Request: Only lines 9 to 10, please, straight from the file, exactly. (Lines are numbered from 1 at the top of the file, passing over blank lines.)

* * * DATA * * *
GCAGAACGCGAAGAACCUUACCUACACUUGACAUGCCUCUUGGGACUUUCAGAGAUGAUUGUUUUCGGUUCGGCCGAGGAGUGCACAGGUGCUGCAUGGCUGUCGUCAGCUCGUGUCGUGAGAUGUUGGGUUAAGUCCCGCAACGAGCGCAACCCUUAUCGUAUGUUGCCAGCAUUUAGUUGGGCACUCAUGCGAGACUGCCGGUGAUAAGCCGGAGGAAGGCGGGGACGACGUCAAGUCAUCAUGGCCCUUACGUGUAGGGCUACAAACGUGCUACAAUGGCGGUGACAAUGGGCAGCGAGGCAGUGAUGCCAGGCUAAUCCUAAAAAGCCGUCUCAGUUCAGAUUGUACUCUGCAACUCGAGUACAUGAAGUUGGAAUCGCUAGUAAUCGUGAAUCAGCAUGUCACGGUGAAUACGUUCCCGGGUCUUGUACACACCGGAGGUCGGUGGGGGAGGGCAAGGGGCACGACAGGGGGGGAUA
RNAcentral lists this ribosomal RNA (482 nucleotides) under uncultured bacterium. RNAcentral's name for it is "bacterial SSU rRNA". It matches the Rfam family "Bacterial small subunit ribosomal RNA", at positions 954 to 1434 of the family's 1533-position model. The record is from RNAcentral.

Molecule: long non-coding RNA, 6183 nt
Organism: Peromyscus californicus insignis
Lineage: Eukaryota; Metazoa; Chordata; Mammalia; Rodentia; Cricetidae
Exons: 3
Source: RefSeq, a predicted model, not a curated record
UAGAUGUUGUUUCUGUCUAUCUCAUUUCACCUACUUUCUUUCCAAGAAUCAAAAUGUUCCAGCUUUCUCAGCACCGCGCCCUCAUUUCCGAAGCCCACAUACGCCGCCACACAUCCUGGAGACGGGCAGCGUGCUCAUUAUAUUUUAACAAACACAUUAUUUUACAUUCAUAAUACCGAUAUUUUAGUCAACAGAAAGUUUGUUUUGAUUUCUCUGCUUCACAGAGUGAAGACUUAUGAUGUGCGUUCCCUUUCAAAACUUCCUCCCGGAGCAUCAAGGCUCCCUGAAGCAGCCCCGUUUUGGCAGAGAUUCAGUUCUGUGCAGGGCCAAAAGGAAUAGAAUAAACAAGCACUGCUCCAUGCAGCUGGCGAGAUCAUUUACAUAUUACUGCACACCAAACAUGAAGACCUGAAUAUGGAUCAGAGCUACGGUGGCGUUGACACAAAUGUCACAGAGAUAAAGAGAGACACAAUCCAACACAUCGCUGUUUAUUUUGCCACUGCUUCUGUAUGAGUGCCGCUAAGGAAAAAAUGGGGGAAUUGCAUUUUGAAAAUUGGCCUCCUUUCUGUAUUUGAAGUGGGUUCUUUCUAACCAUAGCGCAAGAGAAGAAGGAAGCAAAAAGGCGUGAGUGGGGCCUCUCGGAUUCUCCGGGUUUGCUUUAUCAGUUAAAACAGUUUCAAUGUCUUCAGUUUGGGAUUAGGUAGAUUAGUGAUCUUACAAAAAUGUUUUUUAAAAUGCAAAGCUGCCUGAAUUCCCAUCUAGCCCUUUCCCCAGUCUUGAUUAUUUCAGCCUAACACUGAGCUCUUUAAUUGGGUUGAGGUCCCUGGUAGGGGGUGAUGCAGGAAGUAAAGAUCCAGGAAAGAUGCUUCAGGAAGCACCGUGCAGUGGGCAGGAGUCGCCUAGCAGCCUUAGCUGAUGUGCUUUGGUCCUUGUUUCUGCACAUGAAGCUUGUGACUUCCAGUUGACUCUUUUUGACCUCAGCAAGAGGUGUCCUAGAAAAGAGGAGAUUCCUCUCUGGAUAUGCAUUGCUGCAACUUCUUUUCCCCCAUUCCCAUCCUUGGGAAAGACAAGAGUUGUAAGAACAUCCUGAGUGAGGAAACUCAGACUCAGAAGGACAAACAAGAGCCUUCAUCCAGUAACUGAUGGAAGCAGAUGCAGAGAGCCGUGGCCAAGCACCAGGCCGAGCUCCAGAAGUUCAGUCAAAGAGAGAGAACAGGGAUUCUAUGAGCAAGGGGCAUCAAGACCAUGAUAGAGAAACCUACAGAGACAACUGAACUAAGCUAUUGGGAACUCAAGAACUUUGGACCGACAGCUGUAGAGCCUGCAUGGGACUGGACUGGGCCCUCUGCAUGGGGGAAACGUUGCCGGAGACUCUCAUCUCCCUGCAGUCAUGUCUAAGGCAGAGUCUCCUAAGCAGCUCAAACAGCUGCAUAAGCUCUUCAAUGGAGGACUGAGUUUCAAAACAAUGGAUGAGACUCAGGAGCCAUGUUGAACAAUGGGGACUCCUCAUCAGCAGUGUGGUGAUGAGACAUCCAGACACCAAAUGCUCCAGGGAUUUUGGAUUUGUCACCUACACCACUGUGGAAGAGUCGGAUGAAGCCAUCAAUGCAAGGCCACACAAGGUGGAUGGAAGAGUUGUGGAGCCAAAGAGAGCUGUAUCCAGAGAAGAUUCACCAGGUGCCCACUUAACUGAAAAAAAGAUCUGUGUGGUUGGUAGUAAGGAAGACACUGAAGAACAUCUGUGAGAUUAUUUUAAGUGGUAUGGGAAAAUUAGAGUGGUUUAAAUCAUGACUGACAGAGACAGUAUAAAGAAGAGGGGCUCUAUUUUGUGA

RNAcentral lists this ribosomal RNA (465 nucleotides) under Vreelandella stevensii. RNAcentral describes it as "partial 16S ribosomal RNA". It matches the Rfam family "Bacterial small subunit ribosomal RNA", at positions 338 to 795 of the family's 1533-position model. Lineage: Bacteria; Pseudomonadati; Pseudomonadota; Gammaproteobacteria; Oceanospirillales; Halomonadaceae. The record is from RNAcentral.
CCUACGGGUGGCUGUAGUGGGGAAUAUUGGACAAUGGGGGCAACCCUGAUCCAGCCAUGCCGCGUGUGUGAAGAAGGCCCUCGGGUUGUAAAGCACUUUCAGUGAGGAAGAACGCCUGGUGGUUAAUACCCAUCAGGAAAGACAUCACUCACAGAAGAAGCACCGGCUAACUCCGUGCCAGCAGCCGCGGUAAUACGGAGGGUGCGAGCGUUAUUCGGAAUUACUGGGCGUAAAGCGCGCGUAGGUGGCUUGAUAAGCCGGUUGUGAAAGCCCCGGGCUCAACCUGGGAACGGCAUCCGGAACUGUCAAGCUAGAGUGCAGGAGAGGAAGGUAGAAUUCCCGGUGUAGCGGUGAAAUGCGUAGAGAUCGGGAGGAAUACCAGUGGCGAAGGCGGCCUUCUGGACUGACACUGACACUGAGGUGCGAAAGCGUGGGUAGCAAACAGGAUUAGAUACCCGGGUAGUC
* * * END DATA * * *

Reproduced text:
RNAcentral lists this ribosomal RNA (465 nucleotides) under Vreelandella stevensii. RNAcentral describes it as "partial 16S ribosomal RNA". It matches the Rfam family "Bacterial small subunit ribosomal RNA", at positions 338 to 795 of the family's 1533-position model. Lineage: Bacteria; Pseudomonadati; Pseudomonadota; Gammaproteobacteria; Oceanospirillales; Halomonadaceae. The record is from RNAcentral.
CCUACGGGUGGCUGUAGUGGGGAAUAUUGGACAAUGGGGGCAACCCUGAUCCAGCCAUGCCGCGUGUGUGAAGAAGGCCCUCGGGUUGUAAAGCACUUUCAGUGAGGAAGAACGCCUGGUGGUUAAUACCCAUCAGGAAAGACAUCACUCACAGAAGAAGCACCGGCUAACUCCGUGCCAGCAGCCGCGGUAAUACGGAGGGUGCGAGCGUUAUUCGGAAUUACUGGGCGUAAAGCGCGCGUAGGUGGCUUGAUAAGCCGGUUGUGAAAGCCCCGGGCUCAACCUGGGAACGGCAUCCGGAACUGUCAAGCUAGAGUGCAGGAGAGGAAGGUAGAAUUCCCGGUGUAGCGGUGAAAUGCGUAGAGAUCGGGAGGAAUACCAGUGGCGAAGGCGGCCUUCUGGACUGACACUGACACUGAGGUGCGAAAGCGUGGGUAGCAAACAGGAUUAGAUACCCGGGUAGUC